Rubinian dynasty, Fourth Armenian Kingdom

Before the fall of the Bagratuni kingdom a number of Armenian princes managed to
escape from Armenia and found refuge in Cilicia, a region at the north-eastern corner of
the Mediterranean Sea, where Armenians were the majority of population. In 1080 their
leader, prince Ruben, founded in Cilicia a new kingdom, which became known as
Cilician Armenia, or Armenia Minor (Little Armenia).

The new Armenian state

established very close relations with European countries and played a very important role
during the Crusades, providing the Christian armies a safe heaven and provision on their
way towards Jerusalem. Intermarriage with European crusading families was common,
and European religious, political, and cultural influence was strong. The royal court of
Cilicia and the kingdom itself were reformed on Western models, and many French terms
entered the Armenian language. Cilician Armenia also played an important role in the
trade of the Venetians and Genoese with the East.

Enduring constant attacks by the Turks, Mongols, Egyptians and Byzantines, Cilician
Armenia survived for three centuries and fell to Egyptian Mameluks in 1375. The last Armenian king of Cilicia, Levon VI Lousinian, emigrated to France, where his grave still
can be seen in the St. Denis Cathedral of Paris. The title “King of Armenia” passed to the
kings of Cyprus, thence to the Venetians, and was later claimed by the house of Savoy.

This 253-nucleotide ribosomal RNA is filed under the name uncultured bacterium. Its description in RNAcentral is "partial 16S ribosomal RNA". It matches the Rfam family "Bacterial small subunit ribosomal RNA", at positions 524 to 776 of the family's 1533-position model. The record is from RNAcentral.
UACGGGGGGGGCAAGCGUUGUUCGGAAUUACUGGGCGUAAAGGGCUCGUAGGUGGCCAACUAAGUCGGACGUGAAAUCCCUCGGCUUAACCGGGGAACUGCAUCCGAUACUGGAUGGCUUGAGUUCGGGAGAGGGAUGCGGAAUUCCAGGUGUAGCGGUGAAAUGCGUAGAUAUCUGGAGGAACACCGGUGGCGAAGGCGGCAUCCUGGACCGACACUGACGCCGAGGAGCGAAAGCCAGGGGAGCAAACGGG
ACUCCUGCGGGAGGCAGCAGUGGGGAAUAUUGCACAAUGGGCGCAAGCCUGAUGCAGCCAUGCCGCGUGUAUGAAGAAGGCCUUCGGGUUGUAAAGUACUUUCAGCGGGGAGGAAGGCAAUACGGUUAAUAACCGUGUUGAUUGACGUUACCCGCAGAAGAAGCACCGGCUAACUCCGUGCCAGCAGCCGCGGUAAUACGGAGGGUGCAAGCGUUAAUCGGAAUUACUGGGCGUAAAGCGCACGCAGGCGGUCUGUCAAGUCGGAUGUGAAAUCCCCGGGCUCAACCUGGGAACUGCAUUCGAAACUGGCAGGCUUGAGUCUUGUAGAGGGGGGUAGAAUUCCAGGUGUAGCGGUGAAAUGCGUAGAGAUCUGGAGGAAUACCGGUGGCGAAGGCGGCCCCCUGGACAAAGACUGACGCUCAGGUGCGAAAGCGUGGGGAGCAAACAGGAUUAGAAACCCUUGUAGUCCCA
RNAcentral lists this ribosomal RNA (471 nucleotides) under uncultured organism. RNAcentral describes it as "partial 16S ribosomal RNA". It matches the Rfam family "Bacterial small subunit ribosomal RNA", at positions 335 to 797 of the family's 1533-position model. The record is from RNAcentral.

Armenia under turkish rule

After the fall of the Cilician Armenia, the historical Armenian homeland, or Greater
Armenia, was subject to various Muslim warlords, and eventually was divided between
the Ottoman Empire (Western Armenia) and Persia (Eastern Armenia). Several Armenian
principalities managed to preserve their independence or autonomy. The most significant
among those was the Federation of Khamsa in Artsakh (today’s Nagorno-Karabakh),
which consisted of five allied principalities. De facto independent Armenian
principalities existed also in the regions of Sasun and Zeytun in Western Armenia.

ancient Armenia

Ancient Armenia

Being for centuries at the edge of physical annihilation,

Armenians nevertheless managed
to preserve and develop their national, religious and cultural identity. Apart from
architecture, Armenians successfully manifested themselves in literature, painting,
sculpture and music. Armenians were the 10th nation in the world to put their language in

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